1. Thank you. I though before my son may be missing something being an only child and away from relatives , but turn out only child kids are just as happy and they found a creative way to build their own circle that inspires them. Thanks.

        Liked by 1 person

    1. Thank you, LaDonna! Those wheels have not stopped turning yet. It’s all he’s talking about. It’ll be a long winter ahead! 🙂

      Happy new year to you and your family!

      Liked by 1 person

  3. I found your blog from Love That Max – and I thoroughly enjoy your writing and learning about your family! As a special education teacher here in Pennsylvania, it is obvious that you and your husband are amazing parents and advocates for T. I look forward to following your blog and your adventures!

    Liked by 1 person

    1. Thank you, Kayla. Love That Max is so wonderful in connecting the special needs community together. I have discovered many wonderful blogs and caregivers/teachers/advocates through there too.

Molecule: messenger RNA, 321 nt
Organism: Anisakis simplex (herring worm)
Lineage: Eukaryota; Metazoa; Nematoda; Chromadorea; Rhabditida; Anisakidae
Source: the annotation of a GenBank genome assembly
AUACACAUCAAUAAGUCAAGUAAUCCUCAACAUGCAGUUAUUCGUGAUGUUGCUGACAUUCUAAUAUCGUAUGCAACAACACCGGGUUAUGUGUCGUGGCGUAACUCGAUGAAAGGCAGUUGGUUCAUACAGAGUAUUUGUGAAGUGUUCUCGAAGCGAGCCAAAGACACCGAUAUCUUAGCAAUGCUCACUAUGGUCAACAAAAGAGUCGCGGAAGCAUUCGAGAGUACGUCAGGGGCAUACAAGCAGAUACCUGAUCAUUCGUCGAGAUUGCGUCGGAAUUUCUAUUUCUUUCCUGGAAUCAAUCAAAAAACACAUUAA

And thank you for your kind comment. We try our best but there are so many hard days, as you can imagine, but we try to keep a positive perspective through it.

      And thanks for doing your part to support kids like ours. Teachers make all the difference in both the kids and the parents lives.

      Thanks again for your kind comment and happy new year!


  4. Aw, this post is so touching. I love how well T and A get along. The joke about T and A not being technically related since T is adopted, made me smile. I’m so sorry though that T is missing out on so much socializing due to the pandemic. This is really sad indeed.

    Liked by 1 person